Sunday, May 06, 2007

Intro to stress-induced translation regulation   posted by amnestic @ 5/06/2007 01:57:00 PM

"Ya stressed out. Depressed out ya brain." - Baatin

I've been meaning to write about the Costa-Mattioli et al paper in the early April issue of Cell. It's got some very cool findings, but there is a lot of background to get on board. So maybe we can take a running start by covering some of their references and some basic biology. The basic idea is that some proteins are counterintuitively upregulated while the protein synthesis machinery is globally inhibited. The mechanism is pretty clever and it may be used in a relatively large number of eukaryotic mRNAs.

First off, just a little bit about the mechanism of translation. Of course you know the central dogma of genetics. DNA --transcription-> mRNA --translation-> protein. The mRNA is supposed to act an intermediary between the nucleus and the cytoplasm so the two worlds can communicate. An mRNA contains a nucleotide 'recipe' that is decoded by translation machines called ribosomes and a special type of RNAs called transfer RNAs (tRNAs). Numerous cofactors help the process of translation along at its various stages: initiation, elongation, termination, and release/recycling. In eukaryotes, these factors are named in a semi-organized system indicating which stage they have been implicated in. For instance, initiation factors are named eIFsomething for eukaryotic Initiation Factor X. You can't always trust nomenclature systems based on function though, because new knowledge renders the naming system inaccurate. For instance, new studies indicate a role for eEF1a in initiation of translation. I apologize for all the nomenclature, but the names are the names and we all have to live with it.

So I want to talk about a particular initiation factor, eIF2. There are three eIf2 subunits: alpha, beta, and gamma. We are going to pretend gamma doesn't exist. Alpha is crucial to the assembly of ribosomes on an mRNA. In its GTP-bound form, it is responsible for bringing the first amino acid for any given protein (which is always methionine) to the ribosome. As initiation actually occurs, the Guanidine TRI - phosphate is converted to Guanidine DI - phosphate (GDP) releasing energy and allowing the machine to change shapes in the necessary ways to start scootching down the mRNA reading codons. You have to have eIF2alpha-GTP to start synthesizing a new protein, and it is a resource that must be replenished with every round of translation initiation. The job of exchanging the GDP falls to eIF2beta.

All of that is the normal process carried out by cells day-to-day. Under a range of circumstances, cells will want to regulate the amount of new proteins being synthesized on a more-or-less global level. For instance, during viral infection it may be to the cell's advantage to reduce synthesis of new proteins and go into a more protective, stressed-out state. Also, if something in the protein folding process starts going haywire, the cell may want to slow down on creating new proteins until they can get the post-translational processing sorted out. These cellular stress states are communicated to the translation machinery by way of a group of enzymes called eIF2alpha kinases. They are capable of phosphorylating eIF2alpha. I'm not sure how many times I've explained what phosphorylation is, but you can think of it in basic terms as adding a reactive group to a protein to change its shape and electronegative characteristics. It is a very common way of 'throwing a switch' to activate or deactivate a given protein. A kinase, by definition, is an enzyme that phosphorylates other proteins.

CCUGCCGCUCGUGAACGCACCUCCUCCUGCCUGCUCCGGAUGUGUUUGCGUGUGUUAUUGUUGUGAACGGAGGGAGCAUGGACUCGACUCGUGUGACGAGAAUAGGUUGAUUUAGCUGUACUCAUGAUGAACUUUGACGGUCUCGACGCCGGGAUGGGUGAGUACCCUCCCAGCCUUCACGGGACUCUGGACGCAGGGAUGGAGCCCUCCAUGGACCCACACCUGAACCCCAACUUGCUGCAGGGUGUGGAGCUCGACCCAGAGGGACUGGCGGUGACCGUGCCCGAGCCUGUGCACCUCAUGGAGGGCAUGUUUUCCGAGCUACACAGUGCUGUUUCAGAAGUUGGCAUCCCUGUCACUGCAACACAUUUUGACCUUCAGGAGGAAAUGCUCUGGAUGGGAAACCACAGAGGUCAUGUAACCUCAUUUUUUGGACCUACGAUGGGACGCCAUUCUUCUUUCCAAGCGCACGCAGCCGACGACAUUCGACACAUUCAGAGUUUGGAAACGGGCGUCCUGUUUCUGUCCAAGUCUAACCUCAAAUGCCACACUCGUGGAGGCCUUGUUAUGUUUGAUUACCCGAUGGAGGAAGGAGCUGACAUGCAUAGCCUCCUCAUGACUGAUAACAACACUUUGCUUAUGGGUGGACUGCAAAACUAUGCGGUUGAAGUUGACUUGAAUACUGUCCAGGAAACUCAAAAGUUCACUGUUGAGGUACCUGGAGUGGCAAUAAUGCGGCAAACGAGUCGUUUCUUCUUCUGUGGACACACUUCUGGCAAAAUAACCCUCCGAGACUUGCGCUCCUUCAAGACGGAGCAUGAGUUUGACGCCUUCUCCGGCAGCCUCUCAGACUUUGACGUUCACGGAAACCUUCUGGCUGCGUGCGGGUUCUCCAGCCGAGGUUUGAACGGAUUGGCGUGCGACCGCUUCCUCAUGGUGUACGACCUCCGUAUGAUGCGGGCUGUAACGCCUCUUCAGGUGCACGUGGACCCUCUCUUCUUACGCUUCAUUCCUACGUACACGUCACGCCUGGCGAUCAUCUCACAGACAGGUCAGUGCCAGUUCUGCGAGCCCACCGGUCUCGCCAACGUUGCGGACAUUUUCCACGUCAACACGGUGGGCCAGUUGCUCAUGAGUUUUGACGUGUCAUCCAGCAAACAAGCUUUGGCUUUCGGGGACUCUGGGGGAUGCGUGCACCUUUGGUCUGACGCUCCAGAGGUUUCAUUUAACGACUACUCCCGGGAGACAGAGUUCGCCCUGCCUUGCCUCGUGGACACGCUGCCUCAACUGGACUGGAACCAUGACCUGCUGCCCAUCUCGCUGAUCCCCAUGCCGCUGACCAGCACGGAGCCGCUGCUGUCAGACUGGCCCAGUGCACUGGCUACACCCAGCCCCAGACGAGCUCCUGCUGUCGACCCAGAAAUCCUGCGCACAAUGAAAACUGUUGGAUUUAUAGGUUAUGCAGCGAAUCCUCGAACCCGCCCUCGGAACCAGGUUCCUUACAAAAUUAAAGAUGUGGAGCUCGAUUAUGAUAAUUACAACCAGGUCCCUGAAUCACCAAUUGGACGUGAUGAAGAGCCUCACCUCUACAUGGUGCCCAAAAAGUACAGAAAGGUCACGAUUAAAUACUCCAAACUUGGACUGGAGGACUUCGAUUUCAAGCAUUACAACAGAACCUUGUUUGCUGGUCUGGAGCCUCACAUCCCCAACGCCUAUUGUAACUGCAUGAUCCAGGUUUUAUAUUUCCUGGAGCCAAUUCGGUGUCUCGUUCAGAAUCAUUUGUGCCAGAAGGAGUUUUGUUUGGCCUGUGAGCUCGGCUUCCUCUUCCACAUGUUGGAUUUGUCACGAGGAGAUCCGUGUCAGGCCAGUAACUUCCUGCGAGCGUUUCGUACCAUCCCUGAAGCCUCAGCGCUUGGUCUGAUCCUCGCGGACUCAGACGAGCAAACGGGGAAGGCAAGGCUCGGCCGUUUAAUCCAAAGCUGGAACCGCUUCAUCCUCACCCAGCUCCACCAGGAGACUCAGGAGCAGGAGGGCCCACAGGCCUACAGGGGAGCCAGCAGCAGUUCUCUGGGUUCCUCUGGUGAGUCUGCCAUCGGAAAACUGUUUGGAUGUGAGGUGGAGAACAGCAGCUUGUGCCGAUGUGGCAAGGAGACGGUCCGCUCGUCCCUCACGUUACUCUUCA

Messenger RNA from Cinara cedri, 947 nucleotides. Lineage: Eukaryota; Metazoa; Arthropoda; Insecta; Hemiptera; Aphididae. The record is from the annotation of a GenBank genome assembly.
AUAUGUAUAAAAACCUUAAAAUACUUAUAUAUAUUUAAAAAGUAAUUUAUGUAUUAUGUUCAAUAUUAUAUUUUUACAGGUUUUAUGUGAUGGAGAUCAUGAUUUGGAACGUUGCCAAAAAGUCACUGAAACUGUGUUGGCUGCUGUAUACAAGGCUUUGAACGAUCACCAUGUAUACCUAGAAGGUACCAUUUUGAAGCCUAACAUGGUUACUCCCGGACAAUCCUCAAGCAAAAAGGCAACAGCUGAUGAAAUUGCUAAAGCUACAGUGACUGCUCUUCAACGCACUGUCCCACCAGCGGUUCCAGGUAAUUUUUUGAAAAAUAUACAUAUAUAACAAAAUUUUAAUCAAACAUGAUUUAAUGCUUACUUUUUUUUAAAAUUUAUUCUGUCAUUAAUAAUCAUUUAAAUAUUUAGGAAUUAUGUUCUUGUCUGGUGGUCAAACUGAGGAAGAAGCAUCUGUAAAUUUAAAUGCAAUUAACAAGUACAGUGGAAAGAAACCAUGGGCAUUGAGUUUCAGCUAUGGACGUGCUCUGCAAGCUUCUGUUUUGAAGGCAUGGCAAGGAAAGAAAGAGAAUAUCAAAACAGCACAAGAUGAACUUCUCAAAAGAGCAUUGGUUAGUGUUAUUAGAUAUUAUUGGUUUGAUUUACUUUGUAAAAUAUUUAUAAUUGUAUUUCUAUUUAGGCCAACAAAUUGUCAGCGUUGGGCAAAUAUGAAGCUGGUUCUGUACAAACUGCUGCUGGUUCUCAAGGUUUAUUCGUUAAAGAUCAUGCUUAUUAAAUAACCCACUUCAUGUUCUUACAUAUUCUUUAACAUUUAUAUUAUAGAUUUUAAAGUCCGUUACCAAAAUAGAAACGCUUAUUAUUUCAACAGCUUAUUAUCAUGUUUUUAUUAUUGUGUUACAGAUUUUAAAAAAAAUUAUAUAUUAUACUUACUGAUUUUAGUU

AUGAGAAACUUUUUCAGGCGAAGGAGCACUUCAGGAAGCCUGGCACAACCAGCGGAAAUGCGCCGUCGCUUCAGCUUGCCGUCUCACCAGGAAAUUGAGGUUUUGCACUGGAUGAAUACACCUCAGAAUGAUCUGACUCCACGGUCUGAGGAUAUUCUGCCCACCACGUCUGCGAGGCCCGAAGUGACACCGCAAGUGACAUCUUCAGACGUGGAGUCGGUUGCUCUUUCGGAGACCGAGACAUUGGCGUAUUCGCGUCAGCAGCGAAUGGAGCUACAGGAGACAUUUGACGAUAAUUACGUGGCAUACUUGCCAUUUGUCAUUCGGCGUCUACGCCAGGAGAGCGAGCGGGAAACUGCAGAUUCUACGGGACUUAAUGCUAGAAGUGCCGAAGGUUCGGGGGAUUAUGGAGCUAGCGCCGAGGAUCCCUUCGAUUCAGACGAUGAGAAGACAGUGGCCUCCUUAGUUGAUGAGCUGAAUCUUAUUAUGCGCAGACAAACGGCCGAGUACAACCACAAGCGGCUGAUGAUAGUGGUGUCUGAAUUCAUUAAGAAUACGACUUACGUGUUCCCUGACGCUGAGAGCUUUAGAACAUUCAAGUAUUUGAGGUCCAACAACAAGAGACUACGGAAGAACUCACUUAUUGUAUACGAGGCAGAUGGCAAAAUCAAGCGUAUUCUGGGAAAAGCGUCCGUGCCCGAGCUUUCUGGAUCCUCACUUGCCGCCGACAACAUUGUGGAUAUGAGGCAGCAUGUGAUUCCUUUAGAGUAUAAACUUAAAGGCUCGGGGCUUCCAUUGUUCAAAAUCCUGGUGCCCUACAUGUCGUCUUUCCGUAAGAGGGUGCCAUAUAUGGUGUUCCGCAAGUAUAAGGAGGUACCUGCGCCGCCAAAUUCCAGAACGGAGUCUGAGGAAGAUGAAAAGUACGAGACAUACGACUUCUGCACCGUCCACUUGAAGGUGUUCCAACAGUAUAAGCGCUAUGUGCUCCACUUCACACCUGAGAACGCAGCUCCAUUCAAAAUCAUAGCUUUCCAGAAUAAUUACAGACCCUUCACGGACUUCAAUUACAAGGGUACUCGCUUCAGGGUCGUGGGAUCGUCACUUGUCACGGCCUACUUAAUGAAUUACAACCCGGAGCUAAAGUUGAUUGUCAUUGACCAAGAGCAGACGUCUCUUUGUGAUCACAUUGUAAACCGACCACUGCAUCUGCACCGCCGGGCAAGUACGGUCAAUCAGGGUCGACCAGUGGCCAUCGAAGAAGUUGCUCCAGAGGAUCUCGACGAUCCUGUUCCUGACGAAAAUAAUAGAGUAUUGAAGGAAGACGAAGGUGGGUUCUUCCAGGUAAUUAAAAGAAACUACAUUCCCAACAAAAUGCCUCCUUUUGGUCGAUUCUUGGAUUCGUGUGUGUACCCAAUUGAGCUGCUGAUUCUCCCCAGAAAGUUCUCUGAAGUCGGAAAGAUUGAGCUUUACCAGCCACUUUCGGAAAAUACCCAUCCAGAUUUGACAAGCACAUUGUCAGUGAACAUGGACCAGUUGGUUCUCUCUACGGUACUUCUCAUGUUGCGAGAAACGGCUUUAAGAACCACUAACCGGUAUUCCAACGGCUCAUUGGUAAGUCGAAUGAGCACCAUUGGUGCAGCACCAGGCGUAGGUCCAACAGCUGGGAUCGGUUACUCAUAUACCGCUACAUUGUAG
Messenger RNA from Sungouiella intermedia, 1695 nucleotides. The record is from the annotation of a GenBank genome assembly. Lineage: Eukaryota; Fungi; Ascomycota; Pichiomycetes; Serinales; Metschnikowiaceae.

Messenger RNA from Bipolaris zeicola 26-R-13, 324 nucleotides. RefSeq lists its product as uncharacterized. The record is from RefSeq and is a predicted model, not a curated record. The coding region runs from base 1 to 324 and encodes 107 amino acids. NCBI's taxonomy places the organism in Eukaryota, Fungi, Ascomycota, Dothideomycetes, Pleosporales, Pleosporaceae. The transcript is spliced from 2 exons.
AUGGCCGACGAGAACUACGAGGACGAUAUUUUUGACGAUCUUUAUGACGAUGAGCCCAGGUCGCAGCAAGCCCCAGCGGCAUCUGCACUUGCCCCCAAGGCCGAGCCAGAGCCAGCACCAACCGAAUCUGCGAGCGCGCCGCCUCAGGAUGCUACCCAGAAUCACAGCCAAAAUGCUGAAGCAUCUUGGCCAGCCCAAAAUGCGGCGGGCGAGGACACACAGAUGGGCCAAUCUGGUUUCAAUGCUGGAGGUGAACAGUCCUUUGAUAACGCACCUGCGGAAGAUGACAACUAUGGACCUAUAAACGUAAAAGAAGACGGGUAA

EIF2alpha that has been phosphorylated becomes a qualitatively different protein. Rather than promoting translation initiation, it now acts as an inhibitor. It is still bound by eIF2beta, but eIF2beta can no longer load it up with a new GTP. Instead alpha sticks in its craw and ruins it even for other unphosphorylated alphas. The net effect is to reduce the amount of eIF2-GTP and thus the amount of ready-to-roll translation machines. The pathway to remember here is this:
Cellular Stressor -> Cellular Stress Response -> eIF2alpha Kinases -> eIF2alpha phosphorylation > eIF2beta inhibition -> reduced eIF2alpha-GTP -> globally reduced translation initiation.

This is a lot of names and a lot of pathways to get up on. In coming posts I hope to build on this knowledge to examine a specific type of mRNA that can circumvent this global translation reduction. In fact, certain mRNAs gain an advantage during cellular stress states. Generally these mRNAs code for proteins that are important for dealing with the stressor. Once we have the mechanism on board we will be at the very starting point for understanding the Costa-Mattioli paper I mentioned at the beginning. By the way, for our Spanish speaking audience, I think I found an interview with Costa-Mattioli en espanol. Three classes later I still don't know any spanish science terminology, so if anyone listens to it and I am entirely mistaken about the content, lemme know.

Labels: ,